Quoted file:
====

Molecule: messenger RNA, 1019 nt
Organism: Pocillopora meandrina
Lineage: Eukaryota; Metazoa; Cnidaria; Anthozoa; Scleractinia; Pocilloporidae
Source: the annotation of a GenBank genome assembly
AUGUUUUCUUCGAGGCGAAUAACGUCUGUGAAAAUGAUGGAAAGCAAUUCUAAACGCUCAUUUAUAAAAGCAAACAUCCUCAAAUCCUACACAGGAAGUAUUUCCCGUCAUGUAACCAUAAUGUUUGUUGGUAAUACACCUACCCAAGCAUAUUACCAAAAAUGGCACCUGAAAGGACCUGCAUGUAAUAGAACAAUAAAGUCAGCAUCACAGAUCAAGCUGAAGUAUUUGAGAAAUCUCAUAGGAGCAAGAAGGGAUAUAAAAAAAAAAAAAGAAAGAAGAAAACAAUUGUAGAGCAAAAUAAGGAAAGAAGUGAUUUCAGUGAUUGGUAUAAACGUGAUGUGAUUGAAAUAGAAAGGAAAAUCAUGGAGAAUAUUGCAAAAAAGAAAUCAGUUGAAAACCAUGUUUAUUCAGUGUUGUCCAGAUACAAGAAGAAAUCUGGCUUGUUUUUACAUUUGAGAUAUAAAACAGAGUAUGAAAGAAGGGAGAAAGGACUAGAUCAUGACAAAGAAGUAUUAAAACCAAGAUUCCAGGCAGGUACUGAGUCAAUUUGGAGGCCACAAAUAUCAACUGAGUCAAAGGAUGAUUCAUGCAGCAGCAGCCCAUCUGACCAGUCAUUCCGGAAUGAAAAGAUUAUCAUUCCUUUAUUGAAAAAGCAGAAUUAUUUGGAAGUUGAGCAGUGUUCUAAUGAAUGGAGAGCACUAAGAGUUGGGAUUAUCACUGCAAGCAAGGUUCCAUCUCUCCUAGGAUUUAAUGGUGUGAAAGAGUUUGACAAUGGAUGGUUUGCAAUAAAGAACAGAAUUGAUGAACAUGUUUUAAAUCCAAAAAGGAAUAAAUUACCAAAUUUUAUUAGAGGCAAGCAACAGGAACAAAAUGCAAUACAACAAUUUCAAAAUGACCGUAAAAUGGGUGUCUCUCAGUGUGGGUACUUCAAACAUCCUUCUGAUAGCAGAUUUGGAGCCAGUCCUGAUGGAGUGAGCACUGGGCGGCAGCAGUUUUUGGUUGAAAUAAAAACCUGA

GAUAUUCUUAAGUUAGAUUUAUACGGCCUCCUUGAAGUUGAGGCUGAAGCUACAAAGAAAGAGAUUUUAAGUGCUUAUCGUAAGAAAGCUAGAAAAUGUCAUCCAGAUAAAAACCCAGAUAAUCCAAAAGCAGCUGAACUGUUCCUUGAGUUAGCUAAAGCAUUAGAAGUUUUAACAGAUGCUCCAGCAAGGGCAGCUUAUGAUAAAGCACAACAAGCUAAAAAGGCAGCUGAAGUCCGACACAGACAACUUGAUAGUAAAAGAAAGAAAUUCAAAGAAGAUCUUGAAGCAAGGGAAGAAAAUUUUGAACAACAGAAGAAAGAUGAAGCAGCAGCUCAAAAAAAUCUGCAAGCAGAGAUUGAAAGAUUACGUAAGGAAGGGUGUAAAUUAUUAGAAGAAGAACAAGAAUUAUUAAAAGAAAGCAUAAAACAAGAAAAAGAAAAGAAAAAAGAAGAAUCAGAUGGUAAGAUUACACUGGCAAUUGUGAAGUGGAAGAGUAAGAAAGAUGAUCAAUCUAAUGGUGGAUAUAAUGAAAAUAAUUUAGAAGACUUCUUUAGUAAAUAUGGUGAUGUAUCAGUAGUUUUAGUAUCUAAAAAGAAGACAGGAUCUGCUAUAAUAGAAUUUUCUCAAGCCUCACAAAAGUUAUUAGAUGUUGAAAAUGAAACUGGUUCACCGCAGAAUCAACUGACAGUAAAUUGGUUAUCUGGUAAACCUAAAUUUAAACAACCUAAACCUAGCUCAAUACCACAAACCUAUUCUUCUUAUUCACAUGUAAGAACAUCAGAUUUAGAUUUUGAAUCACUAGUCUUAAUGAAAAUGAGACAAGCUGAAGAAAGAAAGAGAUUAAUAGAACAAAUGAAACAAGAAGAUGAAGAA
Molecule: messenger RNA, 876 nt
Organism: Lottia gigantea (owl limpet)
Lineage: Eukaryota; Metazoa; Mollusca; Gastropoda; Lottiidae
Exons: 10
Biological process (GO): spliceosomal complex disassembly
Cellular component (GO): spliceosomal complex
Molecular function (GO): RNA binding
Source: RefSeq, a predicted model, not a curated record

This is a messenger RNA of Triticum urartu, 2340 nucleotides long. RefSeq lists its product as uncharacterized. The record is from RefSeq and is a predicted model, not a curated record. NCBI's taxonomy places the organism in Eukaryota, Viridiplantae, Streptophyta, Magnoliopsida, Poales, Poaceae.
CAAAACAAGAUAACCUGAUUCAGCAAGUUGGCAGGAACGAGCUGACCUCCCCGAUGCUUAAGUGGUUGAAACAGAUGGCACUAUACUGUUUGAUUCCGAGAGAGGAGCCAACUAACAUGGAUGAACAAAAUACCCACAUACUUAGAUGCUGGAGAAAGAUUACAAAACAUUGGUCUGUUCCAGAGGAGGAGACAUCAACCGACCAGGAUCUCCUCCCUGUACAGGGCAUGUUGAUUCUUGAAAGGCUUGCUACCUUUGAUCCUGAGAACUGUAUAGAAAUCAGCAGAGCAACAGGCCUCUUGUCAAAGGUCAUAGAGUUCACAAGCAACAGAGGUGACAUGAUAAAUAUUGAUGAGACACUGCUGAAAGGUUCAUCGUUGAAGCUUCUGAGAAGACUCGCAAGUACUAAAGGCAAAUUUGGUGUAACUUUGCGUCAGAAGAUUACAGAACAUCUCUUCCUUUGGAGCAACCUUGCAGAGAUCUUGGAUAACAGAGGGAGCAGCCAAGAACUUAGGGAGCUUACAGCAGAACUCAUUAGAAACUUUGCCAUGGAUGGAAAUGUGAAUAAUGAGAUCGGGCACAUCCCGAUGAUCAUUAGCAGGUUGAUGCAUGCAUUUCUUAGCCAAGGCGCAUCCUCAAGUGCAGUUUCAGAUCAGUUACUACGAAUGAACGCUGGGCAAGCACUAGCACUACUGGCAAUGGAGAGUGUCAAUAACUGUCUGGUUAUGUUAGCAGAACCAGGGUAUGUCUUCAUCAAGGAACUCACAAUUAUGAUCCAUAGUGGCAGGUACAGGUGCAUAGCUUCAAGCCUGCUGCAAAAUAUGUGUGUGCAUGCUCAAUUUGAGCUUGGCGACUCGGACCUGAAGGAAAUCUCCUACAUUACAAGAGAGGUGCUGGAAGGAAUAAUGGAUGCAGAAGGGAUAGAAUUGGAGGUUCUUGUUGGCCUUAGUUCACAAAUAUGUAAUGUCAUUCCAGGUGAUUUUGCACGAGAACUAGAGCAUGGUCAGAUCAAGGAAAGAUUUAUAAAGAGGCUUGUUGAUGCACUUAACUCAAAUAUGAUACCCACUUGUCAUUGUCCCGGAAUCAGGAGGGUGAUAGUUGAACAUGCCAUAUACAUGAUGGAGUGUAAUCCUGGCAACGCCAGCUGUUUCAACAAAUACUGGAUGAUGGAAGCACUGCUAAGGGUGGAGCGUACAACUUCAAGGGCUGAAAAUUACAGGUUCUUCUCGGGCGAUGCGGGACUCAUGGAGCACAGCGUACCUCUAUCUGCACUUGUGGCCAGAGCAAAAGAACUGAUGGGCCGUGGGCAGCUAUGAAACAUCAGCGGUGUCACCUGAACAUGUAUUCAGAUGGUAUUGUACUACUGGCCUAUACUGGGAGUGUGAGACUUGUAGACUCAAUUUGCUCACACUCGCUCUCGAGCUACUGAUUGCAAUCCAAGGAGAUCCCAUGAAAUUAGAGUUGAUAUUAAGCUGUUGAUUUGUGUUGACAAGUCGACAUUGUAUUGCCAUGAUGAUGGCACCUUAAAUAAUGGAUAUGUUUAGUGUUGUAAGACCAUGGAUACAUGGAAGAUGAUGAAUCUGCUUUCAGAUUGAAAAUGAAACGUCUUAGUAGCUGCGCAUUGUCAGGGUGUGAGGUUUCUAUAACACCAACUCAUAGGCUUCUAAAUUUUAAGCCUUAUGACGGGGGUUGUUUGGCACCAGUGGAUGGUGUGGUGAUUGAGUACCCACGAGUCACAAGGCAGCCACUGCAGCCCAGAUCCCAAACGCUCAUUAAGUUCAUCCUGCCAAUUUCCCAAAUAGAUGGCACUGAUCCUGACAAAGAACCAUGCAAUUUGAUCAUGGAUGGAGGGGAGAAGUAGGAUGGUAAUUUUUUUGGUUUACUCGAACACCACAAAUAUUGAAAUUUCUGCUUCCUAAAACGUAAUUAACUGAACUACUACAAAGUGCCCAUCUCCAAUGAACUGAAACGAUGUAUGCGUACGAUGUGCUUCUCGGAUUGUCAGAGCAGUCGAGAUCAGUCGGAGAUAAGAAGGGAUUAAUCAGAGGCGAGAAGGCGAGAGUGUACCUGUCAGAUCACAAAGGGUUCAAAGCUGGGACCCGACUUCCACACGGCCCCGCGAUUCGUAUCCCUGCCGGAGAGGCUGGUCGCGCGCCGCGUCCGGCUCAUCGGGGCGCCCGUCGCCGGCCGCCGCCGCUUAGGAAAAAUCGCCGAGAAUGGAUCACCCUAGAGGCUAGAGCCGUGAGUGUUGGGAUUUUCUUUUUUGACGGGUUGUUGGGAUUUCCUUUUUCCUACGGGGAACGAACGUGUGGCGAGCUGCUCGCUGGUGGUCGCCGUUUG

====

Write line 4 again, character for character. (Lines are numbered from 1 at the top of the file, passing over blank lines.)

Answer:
Source: the annotation of a GenBank genome assembly